MiQ and the Methane Supply Index

MiQ has developed a certification system that can provide the backbone for a Methane Supply Index. Taking a granular asset-level approach, MiQ enables any regulator to define such an index:

  • Quantification of relative methane intensities for quick comparison and absolute emissions, thanks to the known number of certificates.
  • A universally applicable methodology, enabling comparison of emissions not just by exporting country, but also by region, company and specific supply chain.
  • Simple but detailed determination of methane emissions associated with any import portfolio – for the entire European energy market, member states and even individual buyers.

Governments and regulators also have to overcome the drawbacks of country-level indices, which MiQ can facilitate:

  • Comparing countries’ performances can lead to geopolitical tensions that delay concerted action. It would also prevent the implementation of any target if security of supply was at risk.
  • Focussing on regions or assets instead could prioritise better sources of natural gas while creating targeted incentives.

Furthermore, the Methane Supply Index offers an easy transition. The not-for-profit MiQ grading scheme could be seamlessly adopted, avoiding the need to create something from scratch. The grading scheme is transparent, granular, and easy for anyone to understand.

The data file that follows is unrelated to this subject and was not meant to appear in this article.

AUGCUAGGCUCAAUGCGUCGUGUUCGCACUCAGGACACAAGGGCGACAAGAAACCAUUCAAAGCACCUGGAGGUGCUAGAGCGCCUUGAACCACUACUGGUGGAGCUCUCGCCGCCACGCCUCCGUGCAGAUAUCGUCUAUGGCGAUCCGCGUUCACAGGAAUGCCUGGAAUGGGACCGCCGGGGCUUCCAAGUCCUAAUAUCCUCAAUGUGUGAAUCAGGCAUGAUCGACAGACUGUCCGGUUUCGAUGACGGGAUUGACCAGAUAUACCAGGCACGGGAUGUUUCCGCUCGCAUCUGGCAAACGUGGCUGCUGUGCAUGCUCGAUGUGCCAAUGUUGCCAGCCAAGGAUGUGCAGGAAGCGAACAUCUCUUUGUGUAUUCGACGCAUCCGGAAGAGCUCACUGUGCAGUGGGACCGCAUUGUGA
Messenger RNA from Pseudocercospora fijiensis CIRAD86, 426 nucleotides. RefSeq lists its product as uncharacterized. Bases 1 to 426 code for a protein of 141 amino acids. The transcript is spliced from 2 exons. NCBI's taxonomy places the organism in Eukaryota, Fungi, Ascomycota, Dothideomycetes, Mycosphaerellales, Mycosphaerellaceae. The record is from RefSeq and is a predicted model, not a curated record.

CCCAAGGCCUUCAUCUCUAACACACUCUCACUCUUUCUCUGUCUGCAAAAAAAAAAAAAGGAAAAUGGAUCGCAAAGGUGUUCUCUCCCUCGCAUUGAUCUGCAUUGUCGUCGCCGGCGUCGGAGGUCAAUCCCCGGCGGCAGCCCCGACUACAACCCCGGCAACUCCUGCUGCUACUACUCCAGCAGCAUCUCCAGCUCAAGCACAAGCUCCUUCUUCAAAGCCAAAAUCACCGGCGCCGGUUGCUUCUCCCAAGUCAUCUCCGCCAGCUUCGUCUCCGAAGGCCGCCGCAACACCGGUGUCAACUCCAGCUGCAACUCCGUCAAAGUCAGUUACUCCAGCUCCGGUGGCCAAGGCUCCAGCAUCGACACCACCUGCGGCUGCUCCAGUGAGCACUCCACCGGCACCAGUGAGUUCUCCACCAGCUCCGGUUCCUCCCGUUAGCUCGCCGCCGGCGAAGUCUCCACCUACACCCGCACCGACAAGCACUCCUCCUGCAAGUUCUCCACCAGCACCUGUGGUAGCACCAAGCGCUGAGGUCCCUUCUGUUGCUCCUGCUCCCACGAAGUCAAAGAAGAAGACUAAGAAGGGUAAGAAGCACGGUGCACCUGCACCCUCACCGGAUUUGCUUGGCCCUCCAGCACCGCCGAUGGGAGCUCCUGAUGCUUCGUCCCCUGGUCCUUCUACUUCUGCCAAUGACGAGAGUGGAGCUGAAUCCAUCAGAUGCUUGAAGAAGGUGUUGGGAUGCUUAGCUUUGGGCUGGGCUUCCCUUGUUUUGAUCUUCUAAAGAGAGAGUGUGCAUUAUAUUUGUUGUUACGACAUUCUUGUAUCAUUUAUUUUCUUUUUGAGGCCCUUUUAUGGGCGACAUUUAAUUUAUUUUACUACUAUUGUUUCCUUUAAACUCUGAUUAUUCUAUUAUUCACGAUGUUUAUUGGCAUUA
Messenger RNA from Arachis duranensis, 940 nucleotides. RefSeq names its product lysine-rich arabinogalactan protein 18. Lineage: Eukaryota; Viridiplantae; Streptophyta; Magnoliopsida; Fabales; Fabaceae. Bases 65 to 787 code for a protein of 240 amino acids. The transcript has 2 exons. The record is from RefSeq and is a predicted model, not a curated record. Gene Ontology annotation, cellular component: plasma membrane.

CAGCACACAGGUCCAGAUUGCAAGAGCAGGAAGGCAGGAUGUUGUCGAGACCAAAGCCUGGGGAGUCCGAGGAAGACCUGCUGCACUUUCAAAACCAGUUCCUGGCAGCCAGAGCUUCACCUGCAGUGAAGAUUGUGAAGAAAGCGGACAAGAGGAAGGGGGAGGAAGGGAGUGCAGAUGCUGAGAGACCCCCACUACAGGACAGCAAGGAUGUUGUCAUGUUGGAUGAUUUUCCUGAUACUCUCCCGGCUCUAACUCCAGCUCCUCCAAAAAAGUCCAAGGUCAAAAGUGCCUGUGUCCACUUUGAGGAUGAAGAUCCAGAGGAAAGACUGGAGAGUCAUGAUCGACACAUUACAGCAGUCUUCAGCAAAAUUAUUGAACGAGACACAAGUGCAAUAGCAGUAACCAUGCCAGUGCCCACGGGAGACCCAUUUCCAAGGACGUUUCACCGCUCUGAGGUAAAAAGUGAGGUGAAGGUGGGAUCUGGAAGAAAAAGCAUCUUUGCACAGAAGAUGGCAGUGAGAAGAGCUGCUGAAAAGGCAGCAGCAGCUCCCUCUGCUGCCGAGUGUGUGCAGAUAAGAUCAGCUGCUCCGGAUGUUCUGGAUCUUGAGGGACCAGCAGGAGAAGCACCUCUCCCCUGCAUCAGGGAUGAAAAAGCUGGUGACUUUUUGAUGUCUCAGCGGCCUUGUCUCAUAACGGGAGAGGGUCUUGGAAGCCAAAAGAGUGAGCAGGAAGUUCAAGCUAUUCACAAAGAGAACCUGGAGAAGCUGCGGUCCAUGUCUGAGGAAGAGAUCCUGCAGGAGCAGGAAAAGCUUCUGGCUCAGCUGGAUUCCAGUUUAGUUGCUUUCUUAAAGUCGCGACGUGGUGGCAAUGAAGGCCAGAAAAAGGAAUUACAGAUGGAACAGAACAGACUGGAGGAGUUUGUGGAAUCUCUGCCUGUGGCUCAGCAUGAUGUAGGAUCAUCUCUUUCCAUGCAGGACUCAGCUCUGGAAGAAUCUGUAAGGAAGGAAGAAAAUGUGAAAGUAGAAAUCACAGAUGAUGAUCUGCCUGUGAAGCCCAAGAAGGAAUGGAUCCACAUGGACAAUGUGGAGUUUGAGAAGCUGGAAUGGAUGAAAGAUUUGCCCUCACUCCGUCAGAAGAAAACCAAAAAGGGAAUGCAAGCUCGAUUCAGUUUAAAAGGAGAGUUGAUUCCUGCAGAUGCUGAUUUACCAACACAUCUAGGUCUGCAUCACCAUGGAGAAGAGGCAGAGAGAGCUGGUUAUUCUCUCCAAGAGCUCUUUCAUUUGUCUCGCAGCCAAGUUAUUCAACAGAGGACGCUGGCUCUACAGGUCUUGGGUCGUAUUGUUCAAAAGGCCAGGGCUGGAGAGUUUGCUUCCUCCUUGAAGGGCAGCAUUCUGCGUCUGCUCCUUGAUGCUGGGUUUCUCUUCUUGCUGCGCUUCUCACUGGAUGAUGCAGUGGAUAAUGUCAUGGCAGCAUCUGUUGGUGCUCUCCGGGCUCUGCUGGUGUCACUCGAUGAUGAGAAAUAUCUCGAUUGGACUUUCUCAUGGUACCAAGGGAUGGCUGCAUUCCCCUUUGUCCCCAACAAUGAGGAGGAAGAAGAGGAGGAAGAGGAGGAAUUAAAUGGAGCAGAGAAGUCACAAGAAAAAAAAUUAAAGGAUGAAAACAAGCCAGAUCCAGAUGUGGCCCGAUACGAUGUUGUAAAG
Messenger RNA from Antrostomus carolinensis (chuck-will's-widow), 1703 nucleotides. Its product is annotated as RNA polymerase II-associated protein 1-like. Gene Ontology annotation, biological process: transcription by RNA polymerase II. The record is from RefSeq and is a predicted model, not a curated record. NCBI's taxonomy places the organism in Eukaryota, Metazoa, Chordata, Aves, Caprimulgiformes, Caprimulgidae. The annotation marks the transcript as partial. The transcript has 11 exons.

We are keen to see regulators set minimum standards based on this system. For example, a regulator for an importing region could introduce rules to ban the import and natural gas that receives a grade worse than D on MiQ’s scale.

Regulators can also benefit from MiQ’s scalable system to ensure they adopt a solution which can address the problem. Within half a year, MiQ is already certifying 1.5% of global natural gas production, which equates to 10% of EU consumption volumes.

Conclusion

We welcome the work being done by regulators around the world to make the urgent reductions in methane emissions required to hit global climate targets. In the last year, there has been an emergence of a worldwide shared mission to abatement methane emissions, and we are excited to continue discussions with those regulators on how we can work together to support efforts to reduce methane.


Examples

As a composite of all the MiQ grades of certified gas traded internationally, the Methane Supply Index would give importing regions a mathematical figure for assessing the methane emissions performance of imported gas.

For example, the European Union could calculate its index with the below formula:

Europe’s Methane Supply Index = Weighted Average of MiQ grading of all certificates associated with Europe’s imported gas

For an export country, the calculation would be:

Exporter country’s Methane Supply Index = Weighted Average of MiQ grading of all certificates associated with country’s exported gas

For an gas producing company, the calculation would be:

Producer’s Methane Supply Index = Weighted Average of MiQ grading of all certificates associated with gas produced at all of the producer’s facilities


These calculations would be credible because they would be based on MiQ’s independent, third-party audited certification system which is granular and assessed at a facility level.